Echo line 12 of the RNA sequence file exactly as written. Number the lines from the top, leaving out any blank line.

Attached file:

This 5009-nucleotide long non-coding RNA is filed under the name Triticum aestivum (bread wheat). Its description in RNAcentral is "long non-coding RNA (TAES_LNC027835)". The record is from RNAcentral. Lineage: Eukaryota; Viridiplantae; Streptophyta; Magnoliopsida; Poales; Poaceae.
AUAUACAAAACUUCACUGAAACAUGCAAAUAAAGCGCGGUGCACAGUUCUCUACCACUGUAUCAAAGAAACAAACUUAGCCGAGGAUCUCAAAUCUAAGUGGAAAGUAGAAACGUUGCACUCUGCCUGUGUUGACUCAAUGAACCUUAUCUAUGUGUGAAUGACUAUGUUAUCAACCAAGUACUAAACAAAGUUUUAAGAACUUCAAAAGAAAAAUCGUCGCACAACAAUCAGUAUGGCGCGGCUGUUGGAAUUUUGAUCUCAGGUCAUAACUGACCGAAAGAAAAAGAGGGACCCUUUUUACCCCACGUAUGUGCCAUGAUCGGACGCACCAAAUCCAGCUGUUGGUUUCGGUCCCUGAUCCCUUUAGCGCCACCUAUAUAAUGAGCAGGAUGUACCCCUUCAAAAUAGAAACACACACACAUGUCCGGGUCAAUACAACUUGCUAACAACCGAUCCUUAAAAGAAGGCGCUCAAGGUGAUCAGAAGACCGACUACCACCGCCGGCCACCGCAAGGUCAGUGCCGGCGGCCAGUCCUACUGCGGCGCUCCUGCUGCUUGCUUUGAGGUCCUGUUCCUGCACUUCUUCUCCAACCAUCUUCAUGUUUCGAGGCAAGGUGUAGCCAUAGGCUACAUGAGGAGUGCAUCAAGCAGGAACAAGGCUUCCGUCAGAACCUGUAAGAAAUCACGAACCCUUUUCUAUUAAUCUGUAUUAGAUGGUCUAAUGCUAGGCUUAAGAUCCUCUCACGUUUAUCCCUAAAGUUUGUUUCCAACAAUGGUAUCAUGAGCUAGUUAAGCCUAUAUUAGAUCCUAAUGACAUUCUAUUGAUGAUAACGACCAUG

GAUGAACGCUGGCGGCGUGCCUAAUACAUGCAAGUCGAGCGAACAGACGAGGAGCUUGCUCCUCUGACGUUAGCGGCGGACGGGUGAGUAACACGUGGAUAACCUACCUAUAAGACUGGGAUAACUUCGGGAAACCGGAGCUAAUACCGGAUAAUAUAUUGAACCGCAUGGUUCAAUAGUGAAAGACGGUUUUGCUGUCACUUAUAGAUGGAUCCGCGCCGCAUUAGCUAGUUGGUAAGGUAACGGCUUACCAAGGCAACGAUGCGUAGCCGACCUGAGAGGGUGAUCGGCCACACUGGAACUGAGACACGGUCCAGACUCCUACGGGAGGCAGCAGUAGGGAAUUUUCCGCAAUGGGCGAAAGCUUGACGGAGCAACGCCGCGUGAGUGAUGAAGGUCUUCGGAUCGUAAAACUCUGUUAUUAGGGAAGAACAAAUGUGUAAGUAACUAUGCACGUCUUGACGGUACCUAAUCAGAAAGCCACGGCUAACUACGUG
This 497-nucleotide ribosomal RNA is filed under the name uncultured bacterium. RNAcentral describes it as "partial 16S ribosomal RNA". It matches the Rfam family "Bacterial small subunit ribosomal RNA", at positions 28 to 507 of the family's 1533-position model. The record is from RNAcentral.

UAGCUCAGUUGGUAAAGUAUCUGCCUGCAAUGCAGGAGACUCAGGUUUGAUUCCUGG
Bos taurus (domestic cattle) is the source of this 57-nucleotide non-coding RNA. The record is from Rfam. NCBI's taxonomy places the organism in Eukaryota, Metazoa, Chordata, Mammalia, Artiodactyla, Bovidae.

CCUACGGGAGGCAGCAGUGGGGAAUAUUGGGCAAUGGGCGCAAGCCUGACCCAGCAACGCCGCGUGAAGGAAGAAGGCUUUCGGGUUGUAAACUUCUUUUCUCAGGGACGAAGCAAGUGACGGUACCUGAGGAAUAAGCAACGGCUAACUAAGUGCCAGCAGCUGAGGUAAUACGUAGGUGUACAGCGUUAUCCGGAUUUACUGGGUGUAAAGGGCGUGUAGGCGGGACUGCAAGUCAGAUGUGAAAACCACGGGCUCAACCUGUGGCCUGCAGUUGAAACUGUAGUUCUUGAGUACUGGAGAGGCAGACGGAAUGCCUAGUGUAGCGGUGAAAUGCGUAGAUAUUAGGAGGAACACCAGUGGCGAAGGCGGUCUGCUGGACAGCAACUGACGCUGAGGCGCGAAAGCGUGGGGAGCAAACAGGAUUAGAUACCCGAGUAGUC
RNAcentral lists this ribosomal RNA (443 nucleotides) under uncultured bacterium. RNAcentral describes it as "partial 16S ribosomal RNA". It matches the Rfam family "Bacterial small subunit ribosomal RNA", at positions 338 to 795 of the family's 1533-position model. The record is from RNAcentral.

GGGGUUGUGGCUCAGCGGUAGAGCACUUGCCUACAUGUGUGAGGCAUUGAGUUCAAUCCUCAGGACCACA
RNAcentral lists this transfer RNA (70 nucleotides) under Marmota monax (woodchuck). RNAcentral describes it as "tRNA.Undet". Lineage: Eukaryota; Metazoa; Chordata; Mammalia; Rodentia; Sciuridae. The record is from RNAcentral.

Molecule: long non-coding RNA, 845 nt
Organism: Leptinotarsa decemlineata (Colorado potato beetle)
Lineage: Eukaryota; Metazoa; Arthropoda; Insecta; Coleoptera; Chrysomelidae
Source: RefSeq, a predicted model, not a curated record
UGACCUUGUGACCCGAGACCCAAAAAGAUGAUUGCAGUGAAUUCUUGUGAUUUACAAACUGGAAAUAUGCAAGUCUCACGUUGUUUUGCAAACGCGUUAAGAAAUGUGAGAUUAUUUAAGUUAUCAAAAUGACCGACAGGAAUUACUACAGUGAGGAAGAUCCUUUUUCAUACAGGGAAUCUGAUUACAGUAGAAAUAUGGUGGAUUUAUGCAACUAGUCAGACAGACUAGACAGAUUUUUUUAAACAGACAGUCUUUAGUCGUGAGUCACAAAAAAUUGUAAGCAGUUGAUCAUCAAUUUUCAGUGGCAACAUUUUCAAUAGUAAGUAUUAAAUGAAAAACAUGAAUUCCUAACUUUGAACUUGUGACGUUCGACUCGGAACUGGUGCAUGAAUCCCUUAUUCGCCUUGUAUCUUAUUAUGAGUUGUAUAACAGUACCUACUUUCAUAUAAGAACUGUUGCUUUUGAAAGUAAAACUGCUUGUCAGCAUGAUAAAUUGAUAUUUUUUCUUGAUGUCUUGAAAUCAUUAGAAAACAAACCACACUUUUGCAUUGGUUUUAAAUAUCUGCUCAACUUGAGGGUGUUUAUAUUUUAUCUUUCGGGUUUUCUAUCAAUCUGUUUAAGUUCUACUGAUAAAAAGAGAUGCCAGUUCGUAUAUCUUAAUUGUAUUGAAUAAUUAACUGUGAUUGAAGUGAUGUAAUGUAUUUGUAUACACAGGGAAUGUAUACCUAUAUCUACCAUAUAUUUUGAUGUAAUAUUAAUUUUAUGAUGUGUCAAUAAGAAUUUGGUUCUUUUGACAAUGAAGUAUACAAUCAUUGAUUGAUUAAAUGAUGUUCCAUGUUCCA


Organism: Leptinotarsa decemlineata (Colorado potato beetle)